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The term colic is applied loosely to almost
all diseases of the organs of the abdomen, that are
accompanied by pain. It is one of the most dangerous and
costly equine medical problems and it’s the number one
killer of horses. Equine Colic can originate from the
stomach, the small intestine or the large intestine
(colon). Horses get a lot of Colic but mostly it is not
serious and individuals recover quickly.
horse with colic
This page shows the sections of the
The signs of colic will vary according to the severity of
the particular conditions. Very few horses exhibit all the
signs at one time.
• Pawing the ground, sometimes violently
• Lack of appetite
• Lying down and getting up frequently
• Kicking at the abdomen
• Getting up and lying down repeatedly
• Looking around at the belly
• Stamping the hind feet
• Standing frequently as if to urinate
• Increased respiration rate
• Lying on the back
• Sweating, sometimes profusely
• Muscle tremors
• Repeatedly curling the upper lip
In the event that a horse colics, and is rolling violently,
be very cautious for your own safety. A violently colicky
horse will have no regard for anyone.
• Lack of water • Gorging on
food (e.g. unsoaked sugar beet) • Gas build up e.g.
from eating grass cuttings. • Worm damage
• Too much water and/or food after exercise • Sudden
diet change or irregular feeding • Stress • Twisted guts
from gas build up and subsequent rolling • Constipation
caused by e.g. worms, bad teeth, poor feeding, sand build
up etc. • Fatty growths that strangulate intestines.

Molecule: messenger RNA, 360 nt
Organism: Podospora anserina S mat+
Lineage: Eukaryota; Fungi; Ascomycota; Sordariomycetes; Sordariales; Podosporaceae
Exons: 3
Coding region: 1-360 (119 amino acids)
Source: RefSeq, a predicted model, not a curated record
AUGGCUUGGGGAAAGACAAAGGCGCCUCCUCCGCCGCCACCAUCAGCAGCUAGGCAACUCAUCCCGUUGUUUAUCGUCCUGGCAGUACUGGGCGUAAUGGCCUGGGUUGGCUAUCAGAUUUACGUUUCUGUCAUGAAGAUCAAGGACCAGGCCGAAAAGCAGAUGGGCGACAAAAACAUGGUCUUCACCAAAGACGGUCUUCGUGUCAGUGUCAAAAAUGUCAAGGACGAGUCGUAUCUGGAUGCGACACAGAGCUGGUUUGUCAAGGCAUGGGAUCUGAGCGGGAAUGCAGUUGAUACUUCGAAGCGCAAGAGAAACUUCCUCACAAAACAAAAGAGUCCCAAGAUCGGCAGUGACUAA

Pelvic flexure impaction
This is caused by an impaction of food material at a part
of the large bowel known as the pelvic flexure of the left
colon where the intestine takes a
180 degree turn and narrows. Impaction generally
responds well to medical treatment, but more severe
cases may not recover without surgery. If left
untreated, severe impaction colic can be fatal. The
most common cause is when the horse is on box rest
and/or consumes large volumes of straw, or the horse
has dental disease and is unable to masticate
properly. This condition could be diagnosed on rectal
examination by a veterinarian.
Spasmodic colic is the result of
increased peristaltic contractions in the horse’s
gastrointestinal tract. It can be the result of a mild
gas buildup within the horse’s digestive tract. The
signs of colic are generally mild and respond well to
spasmolytic and analgesic medication.
The ileum is the last part of the small
intestine that ends in the cecum. Ileal impaction can
be caused by obstruction of ingesta. other causes can
be obstruction by ascarids (Parascaris equorum) or
tapeworm (Anaplocephala Perfoliata)
as mentioned below.
This is most likely to occur in horses that graze sandy or
heavily grazed pastures. The ingested sand acumulates in
the pelvic flexure and right dorsal colon of the large
intestines. As the sand irritates the lining of the bowel
it can cause diarrhoea. The weight and abrasion of the sand
causes the bowel wall to become inflammed and can cause
peritonitis. Medical treatment of the problem is with
laxatives such as liquid paraffin and psyllium husk. Some
cases may need surgery. Horses with sand impaction are
predisposed to Salmonella infection.
Enteroliths in horses often form
around a piece of ingested foreign material. When they
move from their original site they can obstruct the
intestine. Enteroliths are not a common cause of colic
but it usually requires surgery.
Colic caused by parasites:
Occasionally there can be an obstruction by large numbers